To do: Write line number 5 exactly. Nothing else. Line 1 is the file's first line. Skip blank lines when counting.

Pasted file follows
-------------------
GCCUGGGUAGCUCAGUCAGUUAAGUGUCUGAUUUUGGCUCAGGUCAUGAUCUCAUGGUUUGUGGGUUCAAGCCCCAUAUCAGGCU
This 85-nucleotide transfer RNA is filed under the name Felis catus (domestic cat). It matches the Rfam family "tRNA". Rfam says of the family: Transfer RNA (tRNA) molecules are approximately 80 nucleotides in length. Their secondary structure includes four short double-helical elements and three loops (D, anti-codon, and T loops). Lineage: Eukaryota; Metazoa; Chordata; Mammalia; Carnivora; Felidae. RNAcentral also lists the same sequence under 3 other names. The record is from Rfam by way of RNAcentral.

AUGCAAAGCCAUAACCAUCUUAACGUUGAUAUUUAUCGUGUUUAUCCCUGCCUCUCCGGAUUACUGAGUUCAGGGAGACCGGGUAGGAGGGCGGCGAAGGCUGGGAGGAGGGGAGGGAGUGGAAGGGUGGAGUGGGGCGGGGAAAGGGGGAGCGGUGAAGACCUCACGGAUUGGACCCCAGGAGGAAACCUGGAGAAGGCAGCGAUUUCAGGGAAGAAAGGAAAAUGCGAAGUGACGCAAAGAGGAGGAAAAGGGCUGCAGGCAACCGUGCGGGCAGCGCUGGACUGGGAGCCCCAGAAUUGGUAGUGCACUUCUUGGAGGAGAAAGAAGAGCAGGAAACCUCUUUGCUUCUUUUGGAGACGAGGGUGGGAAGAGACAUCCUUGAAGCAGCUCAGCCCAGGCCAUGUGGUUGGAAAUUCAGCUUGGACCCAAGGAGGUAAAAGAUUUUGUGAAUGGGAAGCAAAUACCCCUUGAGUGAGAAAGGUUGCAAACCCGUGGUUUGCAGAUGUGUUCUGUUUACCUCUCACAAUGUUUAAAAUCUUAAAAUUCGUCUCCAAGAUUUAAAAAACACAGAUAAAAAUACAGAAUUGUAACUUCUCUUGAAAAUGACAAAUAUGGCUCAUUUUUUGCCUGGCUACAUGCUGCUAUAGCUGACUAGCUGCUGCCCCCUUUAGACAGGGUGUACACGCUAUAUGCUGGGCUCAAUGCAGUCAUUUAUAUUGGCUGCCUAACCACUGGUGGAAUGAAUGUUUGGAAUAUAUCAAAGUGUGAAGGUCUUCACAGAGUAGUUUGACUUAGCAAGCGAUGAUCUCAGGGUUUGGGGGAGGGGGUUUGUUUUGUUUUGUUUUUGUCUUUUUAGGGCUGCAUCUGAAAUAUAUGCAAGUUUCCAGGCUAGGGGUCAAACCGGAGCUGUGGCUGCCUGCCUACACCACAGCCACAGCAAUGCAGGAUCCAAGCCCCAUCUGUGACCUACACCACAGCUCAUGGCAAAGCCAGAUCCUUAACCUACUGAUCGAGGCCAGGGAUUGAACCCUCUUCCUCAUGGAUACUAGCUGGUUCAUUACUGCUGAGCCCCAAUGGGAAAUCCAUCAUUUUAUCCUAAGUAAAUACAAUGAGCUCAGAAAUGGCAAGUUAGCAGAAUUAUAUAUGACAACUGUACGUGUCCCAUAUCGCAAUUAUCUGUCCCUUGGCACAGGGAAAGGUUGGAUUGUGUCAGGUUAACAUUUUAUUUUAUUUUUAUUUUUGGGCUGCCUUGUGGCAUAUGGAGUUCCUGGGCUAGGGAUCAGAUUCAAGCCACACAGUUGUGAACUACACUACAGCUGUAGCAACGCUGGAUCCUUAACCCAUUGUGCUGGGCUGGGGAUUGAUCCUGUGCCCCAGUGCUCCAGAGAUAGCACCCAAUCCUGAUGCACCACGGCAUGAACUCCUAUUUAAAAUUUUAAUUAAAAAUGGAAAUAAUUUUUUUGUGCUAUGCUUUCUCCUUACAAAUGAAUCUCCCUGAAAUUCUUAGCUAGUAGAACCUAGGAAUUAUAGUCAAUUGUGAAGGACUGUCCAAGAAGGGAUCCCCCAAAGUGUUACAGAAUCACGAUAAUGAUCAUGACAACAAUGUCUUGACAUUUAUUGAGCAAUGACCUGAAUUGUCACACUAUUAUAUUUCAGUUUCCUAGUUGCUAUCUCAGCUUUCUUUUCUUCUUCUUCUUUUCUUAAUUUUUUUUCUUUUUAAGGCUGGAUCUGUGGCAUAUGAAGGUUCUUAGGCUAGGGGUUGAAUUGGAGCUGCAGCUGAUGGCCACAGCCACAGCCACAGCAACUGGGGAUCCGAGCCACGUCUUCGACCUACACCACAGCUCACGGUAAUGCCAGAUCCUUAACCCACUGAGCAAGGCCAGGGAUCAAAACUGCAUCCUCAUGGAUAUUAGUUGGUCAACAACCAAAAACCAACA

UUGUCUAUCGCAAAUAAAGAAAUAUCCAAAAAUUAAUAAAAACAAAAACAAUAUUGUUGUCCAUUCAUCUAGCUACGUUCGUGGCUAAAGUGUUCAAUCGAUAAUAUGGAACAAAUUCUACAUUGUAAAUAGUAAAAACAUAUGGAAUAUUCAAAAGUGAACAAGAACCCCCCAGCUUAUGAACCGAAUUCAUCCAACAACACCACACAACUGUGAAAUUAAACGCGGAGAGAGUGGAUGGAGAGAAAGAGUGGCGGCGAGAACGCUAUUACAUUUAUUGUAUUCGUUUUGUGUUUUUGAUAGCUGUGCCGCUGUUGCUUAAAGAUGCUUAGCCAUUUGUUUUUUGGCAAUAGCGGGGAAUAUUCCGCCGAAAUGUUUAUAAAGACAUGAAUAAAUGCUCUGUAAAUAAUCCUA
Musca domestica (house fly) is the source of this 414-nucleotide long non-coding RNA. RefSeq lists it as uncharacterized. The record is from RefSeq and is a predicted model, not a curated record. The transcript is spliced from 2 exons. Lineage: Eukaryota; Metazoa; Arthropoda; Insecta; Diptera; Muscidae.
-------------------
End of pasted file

Musca domestica (house fly) is the source of this 414-nucleotide long non-coding RNA. RefSeq lists it as uncharacterized. The record is from RefSeq and is a predicted model, not a curated record. The transcript is spliced from 2 exons. Lineage: Eukaryota; Metazoa; Arthropoda; Insecta; Diptera; Muscidae.